One doesn’t often give much thought to the inner workings of deli meats. Well, a normal person anyway. Lucky for you, we here at Sporked are jussssst this side of normal, and we can do all that pontificating for you. And pontificate we will, today on the subject of pepperoni. Here’s everything you could want to know about this robust pizza-enhancer.
What is pepperoni?
Pepperoni, which is derived from the Italian word for bell peppers (peperone), is similar to salami. However, pepperoni’s key difference is that the meat is much more finely ground and mixed with a spicy pepper such as cayenne or paprika, yielding its distinctive deep red color and powerful flavor. It can be found in link form, but most often it is pre-sliced and ready to pop on top of a pizza pie or charcuterie board!
What is pepperoni made of? Is pepperoni pork?
In the United States, pepperoni is a dried, cured sausage made of beef and pork, or pork only. If a pepperoni product is made of 100% beef, it must be called “beef pepperoni,” which we can all agree just doesn’t have the same ring to it, right?
Where does pepperoni come from?
Most people think pepperoni was born in Italy. But, they’re only half right! Although it is hard to say exactly when it was created, pepperoni most likely popped up in the early 1900s when Italian-run butcher shops and pizzerias began to proliferate the streets of America. So, the next time someone goes on to describe something as “American as baseball or apple pie” you can confidently throw in “and pepperoni!” Any stares you attract will be easy to ignore, with the comfort of the knowledge that you’re correct.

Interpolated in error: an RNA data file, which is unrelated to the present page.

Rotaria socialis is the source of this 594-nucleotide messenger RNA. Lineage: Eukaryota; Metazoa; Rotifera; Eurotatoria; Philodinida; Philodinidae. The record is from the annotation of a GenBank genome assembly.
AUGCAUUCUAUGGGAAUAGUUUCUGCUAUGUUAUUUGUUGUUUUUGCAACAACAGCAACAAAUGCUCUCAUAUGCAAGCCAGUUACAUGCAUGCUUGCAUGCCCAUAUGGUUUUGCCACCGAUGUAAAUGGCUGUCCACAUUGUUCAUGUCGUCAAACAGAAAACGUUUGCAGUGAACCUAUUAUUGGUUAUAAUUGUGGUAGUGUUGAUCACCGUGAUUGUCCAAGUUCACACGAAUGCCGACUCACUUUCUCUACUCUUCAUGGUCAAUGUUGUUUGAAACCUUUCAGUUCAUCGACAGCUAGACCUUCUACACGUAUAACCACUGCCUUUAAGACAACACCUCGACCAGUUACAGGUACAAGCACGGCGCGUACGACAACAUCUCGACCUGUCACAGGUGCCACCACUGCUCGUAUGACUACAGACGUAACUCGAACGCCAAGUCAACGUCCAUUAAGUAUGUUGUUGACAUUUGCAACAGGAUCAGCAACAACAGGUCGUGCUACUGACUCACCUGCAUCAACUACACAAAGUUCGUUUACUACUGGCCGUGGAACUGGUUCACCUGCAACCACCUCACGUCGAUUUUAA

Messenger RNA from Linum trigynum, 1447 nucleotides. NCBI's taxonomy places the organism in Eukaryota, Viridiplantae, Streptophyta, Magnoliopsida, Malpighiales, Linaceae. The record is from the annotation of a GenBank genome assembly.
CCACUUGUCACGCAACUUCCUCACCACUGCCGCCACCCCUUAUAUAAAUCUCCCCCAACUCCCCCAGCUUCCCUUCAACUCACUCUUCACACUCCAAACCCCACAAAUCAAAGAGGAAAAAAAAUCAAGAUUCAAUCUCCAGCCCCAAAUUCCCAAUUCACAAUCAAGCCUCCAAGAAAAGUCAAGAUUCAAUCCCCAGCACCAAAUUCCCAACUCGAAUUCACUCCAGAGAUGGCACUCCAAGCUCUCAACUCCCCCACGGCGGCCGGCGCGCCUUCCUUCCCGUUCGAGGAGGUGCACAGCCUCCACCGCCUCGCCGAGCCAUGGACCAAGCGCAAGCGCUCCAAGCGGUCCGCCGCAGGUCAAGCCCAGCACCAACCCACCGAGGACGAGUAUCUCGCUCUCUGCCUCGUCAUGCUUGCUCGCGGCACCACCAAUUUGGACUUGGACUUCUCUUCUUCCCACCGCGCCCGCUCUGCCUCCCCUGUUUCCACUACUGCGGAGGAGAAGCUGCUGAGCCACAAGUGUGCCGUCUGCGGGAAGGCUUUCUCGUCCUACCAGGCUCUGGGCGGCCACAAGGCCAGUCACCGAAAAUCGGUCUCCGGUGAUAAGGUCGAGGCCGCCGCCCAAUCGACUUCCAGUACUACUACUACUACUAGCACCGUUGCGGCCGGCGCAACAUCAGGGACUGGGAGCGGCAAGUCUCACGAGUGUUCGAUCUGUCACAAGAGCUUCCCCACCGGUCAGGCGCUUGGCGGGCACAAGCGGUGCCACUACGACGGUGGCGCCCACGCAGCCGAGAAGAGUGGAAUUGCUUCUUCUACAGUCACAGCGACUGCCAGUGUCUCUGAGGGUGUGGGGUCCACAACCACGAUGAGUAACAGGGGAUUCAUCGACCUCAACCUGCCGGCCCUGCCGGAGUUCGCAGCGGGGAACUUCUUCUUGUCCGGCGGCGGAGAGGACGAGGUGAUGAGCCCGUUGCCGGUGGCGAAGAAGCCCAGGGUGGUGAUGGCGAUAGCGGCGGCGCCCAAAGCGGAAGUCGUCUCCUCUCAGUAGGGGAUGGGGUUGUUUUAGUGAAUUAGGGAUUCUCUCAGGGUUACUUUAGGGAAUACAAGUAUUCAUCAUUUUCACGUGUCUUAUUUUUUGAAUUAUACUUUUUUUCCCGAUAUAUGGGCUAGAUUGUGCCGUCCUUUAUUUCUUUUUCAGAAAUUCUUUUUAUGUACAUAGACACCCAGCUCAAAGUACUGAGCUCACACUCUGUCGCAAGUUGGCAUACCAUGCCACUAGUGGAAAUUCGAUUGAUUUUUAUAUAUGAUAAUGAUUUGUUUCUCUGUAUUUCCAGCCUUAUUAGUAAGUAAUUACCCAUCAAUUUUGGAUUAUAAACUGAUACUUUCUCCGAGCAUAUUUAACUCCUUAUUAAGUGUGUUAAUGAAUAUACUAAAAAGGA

How is pepperoni made?
Pepperoni is essentially an American version of salami, something close to what Italians might call “salame piccante,” a catch-all term that means “spicy salami.” Makers mix finely ground pork and fat with a spice blend that usually includes paprika, garlic, black pepper, crushed red pepper, and cayenne. Then, a pepperoni producer adds lactobacillus bacteria to the mix—this produces lactic acid, which cures the sausage.
Like other natural sausages, pepperoni is encased in a membrane (classically the animal’s intestine is used, but mass producers use a collagen casing). The pepperoni sausages are hung in a warm, humid smokehouse where they ferment. Then, they’re smoked and dried.
After that, the pepperoni are sliced to your desired thinness and dispersed as evenly onto a pizza as possible. (Don’t you hate getting a slice with only a couple on there?)
What is uncured pepperoni?
“Uncured” simply means that the meat was not preserved with any unnatural or synthetic forms of nitrates or nitrites. Uncured pepperoni is still preserved, but producers rely on natural salts and flavorings, rather than man-made chemicals.
Is pepperoni a sausage?
Yes, pepperoni is a type of sausage. However, sausage is not a type of pepperoni. I recommend writing this fact on your hand so you never forget. Permanent marker, please.
So, the next time you grab a big slice of pepperoni pizza, maybe stop and think for a moment of all the hard work and dedication that goes into each little spice-packed disc. But, don’t ponder too long, you don’t want to get side-tracked and miss your window for a second slice. In fact, forget I said anything about thinking at all, this is pizza warfare, and the rules are out the window!